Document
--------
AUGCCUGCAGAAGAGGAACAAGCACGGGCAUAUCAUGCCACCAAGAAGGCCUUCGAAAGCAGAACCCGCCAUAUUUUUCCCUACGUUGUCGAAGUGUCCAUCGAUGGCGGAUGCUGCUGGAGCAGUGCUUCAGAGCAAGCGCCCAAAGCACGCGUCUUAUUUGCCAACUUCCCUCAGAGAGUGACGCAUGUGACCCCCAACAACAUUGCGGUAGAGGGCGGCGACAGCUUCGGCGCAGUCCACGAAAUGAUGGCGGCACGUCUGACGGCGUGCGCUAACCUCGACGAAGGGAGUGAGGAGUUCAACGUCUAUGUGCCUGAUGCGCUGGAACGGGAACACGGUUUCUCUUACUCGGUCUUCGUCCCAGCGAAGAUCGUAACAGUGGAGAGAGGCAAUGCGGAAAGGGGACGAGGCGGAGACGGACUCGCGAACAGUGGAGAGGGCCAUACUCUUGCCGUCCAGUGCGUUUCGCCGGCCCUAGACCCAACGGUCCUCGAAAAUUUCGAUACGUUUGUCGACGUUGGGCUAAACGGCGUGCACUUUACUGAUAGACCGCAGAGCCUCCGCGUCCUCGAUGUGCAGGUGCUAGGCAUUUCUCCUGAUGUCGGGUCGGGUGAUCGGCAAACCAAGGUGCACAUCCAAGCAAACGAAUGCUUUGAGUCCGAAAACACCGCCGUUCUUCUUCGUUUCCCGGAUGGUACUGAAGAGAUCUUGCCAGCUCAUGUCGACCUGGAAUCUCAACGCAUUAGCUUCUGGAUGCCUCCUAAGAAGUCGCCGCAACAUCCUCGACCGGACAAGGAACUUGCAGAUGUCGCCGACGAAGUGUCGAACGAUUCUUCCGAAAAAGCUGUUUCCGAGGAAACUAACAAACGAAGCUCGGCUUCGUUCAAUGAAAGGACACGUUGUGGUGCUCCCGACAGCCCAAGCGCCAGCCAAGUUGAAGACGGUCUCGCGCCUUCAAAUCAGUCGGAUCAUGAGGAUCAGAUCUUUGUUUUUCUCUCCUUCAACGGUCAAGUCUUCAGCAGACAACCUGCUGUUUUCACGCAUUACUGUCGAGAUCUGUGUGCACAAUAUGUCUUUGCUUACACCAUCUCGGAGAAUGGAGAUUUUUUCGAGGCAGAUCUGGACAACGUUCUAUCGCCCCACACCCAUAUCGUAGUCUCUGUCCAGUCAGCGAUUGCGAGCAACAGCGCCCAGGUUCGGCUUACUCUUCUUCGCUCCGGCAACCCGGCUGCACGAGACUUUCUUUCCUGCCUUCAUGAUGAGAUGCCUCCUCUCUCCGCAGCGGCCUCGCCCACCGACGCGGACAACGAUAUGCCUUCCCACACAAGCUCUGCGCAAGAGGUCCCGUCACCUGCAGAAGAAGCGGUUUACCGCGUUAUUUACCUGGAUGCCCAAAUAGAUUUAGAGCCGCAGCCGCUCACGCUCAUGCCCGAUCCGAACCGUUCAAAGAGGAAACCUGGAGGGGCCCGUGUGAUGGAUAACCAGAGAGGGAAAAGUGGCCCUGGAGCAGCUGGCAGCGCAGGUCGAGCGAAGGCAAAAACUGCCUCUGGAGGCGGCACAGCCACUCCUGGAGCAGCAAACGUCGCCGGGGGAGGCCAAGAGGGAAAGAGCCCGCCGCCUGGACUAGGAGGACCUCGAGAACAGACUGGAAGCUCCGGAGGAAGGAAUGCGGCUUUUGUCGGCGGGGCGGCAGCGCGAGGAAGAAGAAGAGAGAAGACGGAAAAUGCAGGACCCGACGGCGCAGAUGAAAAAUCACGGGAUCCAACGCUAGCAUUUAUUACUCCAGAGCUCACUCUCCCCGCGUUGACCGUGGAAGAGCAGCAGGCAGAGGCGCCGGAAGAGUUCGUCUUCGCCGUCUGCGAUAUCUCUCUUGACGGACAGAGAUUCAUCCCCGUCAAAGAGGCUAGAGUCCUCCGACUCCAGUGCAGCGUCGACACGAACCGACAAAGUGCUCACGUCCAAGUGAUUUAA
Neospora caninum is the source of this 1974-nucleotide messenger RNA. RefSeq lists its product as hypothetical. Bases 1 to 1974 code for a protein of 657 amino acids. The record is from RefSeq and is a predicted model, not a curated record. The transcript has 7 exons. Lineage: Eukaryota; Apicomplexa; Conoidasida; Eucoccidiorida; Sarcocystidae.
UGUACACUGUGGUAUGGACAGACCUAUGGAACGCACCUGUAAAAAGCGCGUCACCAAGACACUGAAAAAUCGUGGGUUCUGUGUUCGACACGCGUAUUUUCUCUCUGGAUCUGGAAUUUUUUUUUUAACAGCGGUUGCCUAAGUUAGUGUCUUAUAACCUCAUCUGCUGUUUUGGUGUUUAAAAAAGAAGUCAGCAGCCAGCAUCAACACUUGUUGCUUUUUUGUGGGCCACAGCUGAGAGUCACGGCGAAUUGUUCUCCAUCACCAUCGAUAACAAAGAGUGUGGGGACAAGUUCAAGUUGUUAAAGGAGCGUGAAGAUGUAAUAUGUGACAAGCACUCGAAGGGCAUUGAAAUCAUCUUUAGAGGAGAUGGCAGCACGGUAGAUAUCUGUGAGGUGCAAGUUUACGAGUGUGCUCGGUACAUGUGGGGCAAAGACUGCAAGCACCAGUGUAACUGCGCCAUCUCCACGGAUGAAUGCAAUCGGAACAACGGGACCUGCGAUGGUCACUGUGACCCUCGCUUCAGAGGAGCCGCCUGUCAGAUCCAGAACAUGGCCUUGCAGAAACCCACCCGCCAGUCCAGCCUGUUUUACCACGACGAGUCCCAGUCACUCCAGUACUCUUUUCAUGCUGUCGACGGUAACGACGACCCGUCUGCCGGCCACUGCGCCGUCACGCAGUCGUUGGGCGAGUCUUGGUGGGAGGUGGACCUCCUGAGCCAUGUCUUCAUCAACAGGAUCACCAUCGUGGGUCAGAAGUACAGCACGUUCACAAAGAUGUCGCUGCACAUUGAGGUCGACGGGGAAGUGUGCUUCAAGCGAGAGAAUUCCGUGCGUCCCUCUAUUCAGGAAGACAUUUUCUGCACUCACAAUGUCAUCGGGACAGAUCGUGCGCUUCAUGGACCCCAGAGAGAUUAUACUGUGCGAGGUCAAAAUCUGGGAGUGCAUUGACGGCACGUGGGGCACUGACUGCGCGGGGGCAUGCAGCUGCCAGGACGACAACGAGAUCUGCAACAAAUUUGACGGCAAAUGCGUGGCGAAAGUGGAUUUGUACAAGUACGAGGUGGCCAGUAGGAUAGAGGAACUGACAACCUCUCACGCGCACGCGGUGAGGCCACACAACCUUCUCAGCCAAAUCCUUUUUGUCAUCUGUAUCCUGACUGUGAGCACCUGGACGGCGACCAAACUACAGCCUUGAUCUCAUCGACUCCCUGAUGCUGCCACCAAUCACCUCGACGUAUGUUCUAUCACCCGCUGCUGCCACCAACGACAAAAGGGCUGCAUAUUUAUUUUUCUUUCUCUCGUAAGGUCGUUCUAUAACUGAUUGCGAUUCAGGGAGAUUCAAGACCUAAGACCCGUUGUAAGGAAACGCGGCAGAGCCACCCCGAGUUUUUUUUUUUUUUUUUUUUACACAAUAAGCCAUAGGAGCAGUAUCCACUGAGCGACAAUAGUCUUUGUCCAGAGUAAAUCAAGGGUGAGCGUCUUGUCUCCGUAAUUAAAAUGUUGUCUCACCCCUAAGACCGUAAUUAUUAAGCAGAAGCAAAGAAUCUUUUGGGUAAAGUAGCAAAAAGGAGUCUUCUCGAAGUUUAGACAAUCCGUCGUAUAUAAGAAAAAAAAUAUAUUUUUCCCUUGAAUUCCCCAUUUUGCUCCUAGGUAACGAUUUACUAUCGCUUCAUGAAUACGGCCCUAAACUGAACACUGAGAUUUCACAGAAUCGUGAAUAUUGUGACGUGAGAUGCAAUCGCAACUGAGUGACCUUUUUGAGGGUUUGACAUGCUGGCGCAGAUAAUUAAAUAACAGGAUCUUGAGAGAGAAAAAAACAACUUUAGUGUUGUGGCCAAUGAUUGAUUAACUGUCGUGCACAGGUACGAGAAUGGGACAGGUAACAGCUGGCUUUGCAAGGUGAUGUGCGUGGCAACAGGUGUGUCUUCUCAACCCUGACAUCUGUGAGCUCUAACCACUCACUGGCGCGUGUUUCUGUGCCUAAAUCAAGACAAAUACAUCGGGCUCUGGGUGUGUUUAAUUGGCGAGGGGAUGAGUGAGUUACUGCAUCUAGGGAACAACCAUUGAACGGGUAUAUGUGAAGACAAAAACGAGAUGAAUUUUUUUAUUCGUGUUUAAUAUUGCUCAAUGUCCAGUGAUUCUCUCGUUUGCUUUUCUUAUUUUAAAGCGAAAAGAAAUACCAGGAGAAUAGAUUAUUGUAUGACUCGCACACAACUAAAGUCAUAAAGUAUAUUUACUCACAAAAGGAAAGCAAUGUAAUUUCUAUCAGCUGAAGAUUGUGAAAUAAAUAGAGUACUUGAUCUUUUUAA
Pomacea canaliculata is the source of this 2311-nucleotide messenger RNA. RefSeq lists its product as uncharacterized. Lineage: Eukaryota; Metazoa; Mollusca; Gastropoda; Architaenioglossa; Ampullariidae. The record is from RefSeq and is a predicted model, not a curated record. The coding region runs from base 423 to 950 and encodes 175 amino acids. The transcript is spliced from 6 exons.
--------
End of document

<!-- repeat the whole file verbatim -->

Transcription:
AUGCCUGCAGAAGAGGAACAAGCACGGGCAUAUCAUGCCACCAAGAAGGCCUUCGAAAGCAGAACCCGCCAUAUUUUUCCCUACGUUGUCGAAGUGUCCAUCGAUGGCGGAUGCUGCUGGAGCAGUGCUUCAGAGCAAGCGCCCAAAGCACGCGUCUUAUUUGCCAACUUCCCUCAGAGAGUGACGCAUGUGACCCCCAACAACAUUGCGGUAGAGGGCGGCGACAGCUUCGGCGCAGUCCACGAAAUGAUGGCGGCACGUCUGACGGCGUGCGCUAACCUCGACGAAGGGAGUGAGGAGUUCAACGUCUAUGUGCCUGAUGCGCUGGAACGGGAACACGGUUUCUCUUACUCGGUCUUCGUCCCAGCGAAGAUCGUAACAGUGGAGAGAGGCAAUGCGGAAAGGGGACGAGGCGGAGACGGACUCGCGAACAGUGGAGAGGGCCAUACUCUUGCCGUCCAGUGCGUUUCGCCGGCCCUAGACCCAACGGUCCUCGAAAAUUUCGAUACGUUUGUCGACGUUGGGCUAAACGGCGUGCACUUUACUGAUAGACCGCAGAGCCUCCGCGUCCUCGAUGUGCAGGUGCUAGGCAUUUCUCCUGAUGUCGGGUCGGGUGAUCGGCAAACCAAGGUGCACAUCCAAGCAAACGAAUGCUUUGAGUCCGAAAACACCGCCGUUCUUCUUCGUUUCCCGGAUGGUACUGAAGAGAUCUUGCCAGCUCAUGUCGACCUGGAAUCUCAACGCAUUAGCUUCUGGAUGCCUCCUAAGAAGUCGCCGCAACAUCCUCGACCGGACAAGGAACUUGCAGAUGUCGCCGACGAAGUGUCGAACGAUUCUUCCGAAAAAGCUGUUUCCGAGGAAACUAACAAACGAAGCUCGGCUUCGUUCAAUGAAAGGACACGUUGUGGUGCUCCCGACAGCCCAAGCGCCAGCCAAGUUGAAGACGGUCUCGCGCCUUCAAAUCAGUCGGAUCAUGAGGAUCAGAUCUUUGUUUUUCUCUCCUUCAACGGUCAAGUCUUCAGCAGACAACCUGCUGUUUUCACGCAUUACUGUCGAGAUCUGUGUGCACAAUAUGUCUUUGCUUACACCAUCUCGGAGAAUGGAGAUUUUUUCGAGGCAGAUCUGGACAACGUUCUAUCGCCCCACACCCAUAUCGUAGUCUCUGUCCAGUCAGCGAUUGCGAGCAACAGCGCCCAGGUUCGGCUUACUCUUCUUCGCUCCGGCAACCCGGCUGCACGAGACUUUCUUUCCUGCCUUCAUGAUGAGAUGCCUCCUCUCUCCGCAGCGGCCUCGCCCACCGACGCGGACAACGAUAUGCCUUCCCACACAAGCUCUGCGCAAGAGGUCCCGUCACCUGCAGAAGAAGCGGUUUACCGCGUUAUUUACCUGGAUGCCCAAAUAGAUUUAGAGCCGCAGCCGCUCACGCUCAUGCCCGAUCCGAACCGUUCAAAGAGGAAACCUGGAGGGGCCCGUGUGAUGGAUAACCAGAGAGGGAAAAGUGGCCCUGGAGCAGCUGGCAGCGCAGGUCGAGCGAAGGCAAAAACUGCCUCUGGAGGCGGCACAGCCACUCCUGGAGCAGCAAACGUCGCCGGGGGAGGCCAAGAGGGAAAGAGCCCGCCGCCUGGACUAGGAGGACCUCGAGAACAGACUGGAAGCUCCGGAGGAAGGAAUGCGGCUUUUGUCGGCGGGGCGGCAGCGCGAGGAAGAAGAAGAGAGAAGACGGAAAAUGCAGGACCCGACGGCGCAGAUGAAAAAUCACGGGAUCCAACGCUAGCAUUUAUUACUCCAGAGCUCACUCUCCCCGCGUUGACCGUGGAAGAGCAGCAGGCAGAGGCGCCGGAAGAGUUCGUCUUCGCCGUCUGCGAUAUCUCUCUUGACGGACAGAGAUUCAUCCCCGUCAAAGAGGCUAGAGUCCUCCGACUCCAGUGCAGCGUCGACACGAACCGACAAAGUGCUCACGUCCAAGUGAUUUAA
Neospora caninum is the source of this 1974-nucleotide messenger RNA. RefSeq lists its product as hypothetical. Bases 1 to 1974 code for a protein of 657 amino acids. The record is from RefSeq and is a predicted model, not a curated record. The transcript has 7 exons. Lineage: Eukaryota; Apicomplexa; Conoidasida; Eucoccidiorida; Sarcocystidae.
UGUACACUGUGGUAUGGACAGACCUAUGGAACGCACCUGUAAAAAGCGCGUCACCAAGACACUGAAAAAUCGUGGGUUCUGUGUUCGACACGCGUAUUUUCUCUCUGGAUCUGGAAUUUUUUUUUUAACAGCGGUUGCCUAAGUUAGUGUCUUAUAACCUCAUCUGCUGUUUUGGUGUUUAAAAAAGAAGUCAGCAGCCAGCAUCAACACUUGUUGCUUUUUUGUGGGCCACAGCUGAGAGUCACGGCGAAUUGUUCUCCAUCACCAUCGAUAACAAAGAGUGUGGGGACAAGUUCAAGUUGUUAAAGGAGCGUGAAGAUGUAAUAUGUGACAAGCACUCGAAGGGCAUUGAAAUCAUCUUUAGAGGAGAUGGCAGCACGGUAGAUAUCUGUGAGGUGCAAGUUUACGAGUGUGCUCGGUACAUGUGGGGCAAAGACUGCAAGCACCAGUGUAACUGCGCCAUCUCCACGGAUGAAUGCAAUCGGAACAACGGGACCUGCGAUGGUCACUGUGACCCUCGCUUCAGAGGAGCCGCCUGUCAGAUCCAGAACAUGGCCUUGCAGAAACCCACCCGCCAGUCCAGCCUGUUUUACCACGACGAGUCCCAGUCACUCCAGUACUCUUUUCAUGCUGUCGACGGUAACGACGACCCGUCUGCCGGCCACUGCGCCGUCACGCAGUCGUUGGGCGAGUCUUGGUGGGAGGUGGACCUCCUGAGCCAUGUCUUCAUCAACAGGAUCACCAUCGUGGGUCAGAAGUACAGCACGUUCACAAAGAUGUCGCUGCACAUUGAGGUCGACGGGGAAGUGUGCUUCAAGCGAGAGAAUUCCGUGCGUCCCUCUAUUCAGGAAGACAUUUUCUGCACUCACAAUGUCAUCGGGACAGAUCGUGCGCUUCAUGGACCCCAGAGAGAUUAUACUGUGCGAGGUCAAAAUCUGGGAGUGCAUUGACGGCACGUGGGGCACUGACUGCGCGGGGGCAUGCAGCUGCCAGGACGACAACGAGAUCUGCAACAAAUUUGACGGCAAAUGCGUGGCGAAAGUGGAUUUGUACAAGUACGAGGUGGCCAGUAGGAUAGAGGAACUGACAACCUCUCACGCGCACGCGGUGAGGCCACACAACCUUCUCAGCCAAAUCCUUUUUGUCAUCUGUAUCCUGACUGUGAGCACCUGGACGGCGACCAAACUACAGCCUUGAUCUCAUCGACUCCCUGAUGCUGCCACCAAUCACCUCGACGUAUGUUCUAUCACCCGCUGCUGCCACCAACGACAAAAGGGCUGCAUAUUUAUUUUUCUUUCUCUCGUAAGGUCGUUCUAUAACUGAUUGCGAUUCAGGGAGAUUCAAGACCUAAGACCCGUUGUAAGGAAACGCGGCAGAGCCACCCCGAGUUUUUUUUUUUUUUUUUUUUACACAAUAAGCCAUAGGAGCAGUAUCCACUGAGCGACAAUAGUCUUUGUCCAGAGUAAAUCAAGGGUGAGCGUCUUGUCUCCGUAAUUAAAAUGUUGUCUCACCCCUAAGACCGUAAUUAUUAAGCAGAAGCAAAGAAUCUUUUGGGUAAAGUAGCAAAAAGGAGUCUUCUCGAAGUUUAGACAAUCCGUCGUAUAUAAGAAAAAAAAUAUAUUUUUCCCUUGAAUUCCCCAUUUUGCUCCUAGGUAACGAUUUACUAUCGCUUCAUGAAUACGGCCCUAAACUGAACACUGAGAUUUCACAGAAUCGUGAAUAUUGUGACGUGAGAUGCAAUCGCAACUGAGUGACCUUUUUGAGGGUUUGACAUGCUGGCGCAGAUAAUUAAAUAACAGGAUCUUGAGAGAGAAAAAAACAACUUUAGUGUUGUGGCCAAUGAUUGAUUAACUGUCGUGCACAGGUACGAGAAUGGGACAGGUAACAGCUGGCUUUGCAAGGUGAUGUGCGUGGCAACAGGUGUGUCUUCUCAACCCUGACAUCUGUGAGCUCUAACCACUCACUGGCGCGUGUUUCUGUGCCUAAAUCAAGACAAAUACAUCGGGCUCUGGGUGUGUUUAAUUGGCGAGGGGAUGAGUGAGUUACUGCAUCUAGGGAACAACCAUUGAACGGGUAUAUGUGAAGACAAAAACGAGAUGAAUUUUUUUAUUCGUGUUUAAUAUUGCUCAAUGUCCAGUGAUUCUCUCGUUUGCUUUUCUUAUUUUAAAGCGAAAAGAAAUACCAGGAGAAUAGAUUAUUGUAUGACUCGCACACAACUAAAGUCAUAAAGUAUAUUUACUCACAAAAGGAAAGCAAUGUAAUUUCUAUCAGCUGAAGAUUGUGAAAUAAAUAGAGUACUUGAUCUUUUUAA
Pomacea canaliculata is the source of this 2311-nucleotide messenger RNA. RefSeq lists its product as uncharacterized. Lineage: Eukaryota; Metazoa; Mollusca; Gastropoda; Architaenioglossa; Ampullariidae. The record is from RefSeq and is a predicted model, not a curated record. The coding region runs from base 423 to 950 and encodes 175 amino acids. The transcript is spliced from 6 exons.